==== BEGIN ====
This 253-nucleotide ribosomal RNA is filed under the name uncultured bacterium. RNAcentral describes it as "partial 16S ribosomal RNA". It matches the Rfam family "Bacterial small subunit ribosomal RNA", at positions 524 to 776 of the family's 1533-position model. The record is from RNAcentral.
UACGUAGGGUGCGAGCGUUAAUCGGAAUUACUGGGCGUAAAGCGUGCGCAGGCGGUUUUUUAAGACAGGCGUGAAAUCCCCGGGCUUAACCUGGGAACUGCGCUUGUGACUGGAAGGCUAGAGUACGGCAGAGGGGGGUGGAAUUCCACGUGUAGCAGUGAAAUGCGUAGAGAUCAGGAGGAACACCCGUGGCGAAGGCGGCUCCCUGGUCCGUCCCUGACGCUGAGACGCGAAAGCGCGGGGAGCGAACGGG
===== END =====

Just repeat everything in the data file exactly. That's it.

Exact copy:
This 253-nucleotide ribosomal RNA is filed under the name uncultured bacterium. RNAcentral describes it as "partial 16S ribosomal RNA". It matches the Rfam family "Bacterial small subunit ribosomal RNA", at positions 524 to 776 of the family's 1533-position model. The record is from RNAcentral.
UACGUAGGGUGCGAGCGUUAAUCGGAAUUACUGGGCGUAAAGCGUGCGCAGGCGGUUUUUUAAGACAGGCGUGAAAUCCCCGGGCUUAACCUGGGAACUGCGCUUGUGACUGGAAGGCUAGAGUACGGCAGAGGGGGGUGGAAUUCCACGUGUAGCAGUGAAAUGCGUAGAGAUCAGGAGGAACACCCGUGGCGAAGGCGGCUCCCUGGUCCGUCCCUGACGCUGAGACGCGAAAGCGCGGGGAGCGAACGGG